The more interesting part of the narrative was indeed Henry making his way to a far-flung corner of present-day Germany to find someone who could build him this mechanical wonder but the present-day narrative just fell flat. I found myself not really caring what was happening to Catherine (the conservator) and her bereavement over her colleague/lover. Too much wallowing in self-pity and drink. Also, I work in a national museum and I can safely say, curators/conservators just wouldn't be so selfish and self-centred when it comes to precious items. Taking anything out of a museum unauthorised, would just not happen so I just didn't believe she could get away with that kind of thing.

Overall, the story, which is the key thing for me, just didn't work. It may be well written and technically brilliant or whatever else Peter Carey is supposed to be but in essence, this book, this narrative - just didn't have that chemistry that makes good storytelling a joy to become immersed in. I have to disagree with Andrew Motion on the back cover when he compares Peter Carey to Charles Dickens. Not in a million years! For me anyway.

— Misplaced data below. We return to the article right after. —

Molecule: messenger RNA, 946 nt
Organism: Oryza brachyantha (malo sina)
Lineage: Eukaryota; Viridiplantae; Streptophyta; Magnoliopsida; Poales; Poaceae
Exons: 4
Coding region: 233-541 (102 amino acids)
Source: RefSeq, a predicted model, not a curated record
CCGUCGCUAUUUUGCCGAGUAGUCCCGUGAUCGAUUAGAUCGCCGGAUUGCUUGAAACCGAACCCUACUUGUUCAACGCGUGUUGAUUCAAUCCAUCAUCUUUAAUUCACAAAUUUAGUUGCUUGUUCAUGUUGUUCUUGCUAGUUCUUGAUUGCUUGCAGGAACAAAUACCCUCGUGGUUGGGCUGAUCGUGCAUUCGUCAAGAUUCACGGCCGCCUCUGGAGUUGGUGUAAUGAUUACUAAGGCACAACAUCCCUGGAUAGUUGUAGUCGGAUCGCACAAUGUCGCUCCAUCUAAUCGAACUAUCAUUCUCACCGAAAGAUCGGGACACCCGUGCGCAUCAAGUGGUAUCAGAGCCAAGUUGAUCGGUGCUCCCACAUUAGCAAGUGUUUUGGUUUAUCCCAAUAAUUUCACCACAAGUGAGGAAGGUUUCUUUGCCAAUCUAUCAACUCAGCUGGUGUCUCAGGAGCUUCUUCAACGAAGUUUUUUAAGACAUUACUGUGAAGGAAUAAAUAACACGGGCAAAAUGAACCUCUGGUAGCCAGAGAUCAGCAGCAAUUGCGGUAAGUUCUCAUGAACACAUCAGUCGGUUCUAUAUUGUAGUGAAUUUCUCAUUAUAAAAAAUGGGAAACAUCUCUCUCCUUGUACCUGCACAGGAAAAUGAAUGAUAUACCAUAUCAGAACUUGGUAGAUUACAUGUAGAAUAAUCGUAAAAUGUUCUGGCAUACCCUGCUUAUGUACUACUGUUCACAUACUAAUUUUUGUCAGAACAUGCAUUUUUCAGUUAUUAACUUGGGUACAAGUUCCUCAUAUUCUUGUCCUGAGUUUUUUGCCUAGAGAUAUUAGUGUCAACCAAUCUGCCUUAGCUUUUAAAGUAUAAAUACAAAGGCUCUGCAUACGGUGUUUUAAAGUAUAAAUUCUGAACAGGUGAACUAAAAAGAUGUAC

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on 10 May 2013
I didn't really see the point of this book, to be honest. It is a little postmodern in the sense that people from different places in history are connected to each other by a manuscript and a machine. It could be seen as an example of science in fiction due to the machine that acts as the story's maguffin. In short, it has a little bit of everything that I have encountered multiple times in contemporary fiction, but sadly does not seem to do anything original. Maybe I'm being harsh. I know a lot of people like and respect Carey's fiction, but it just wasn't this reviewer's cup of tea.
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on 27 March 2012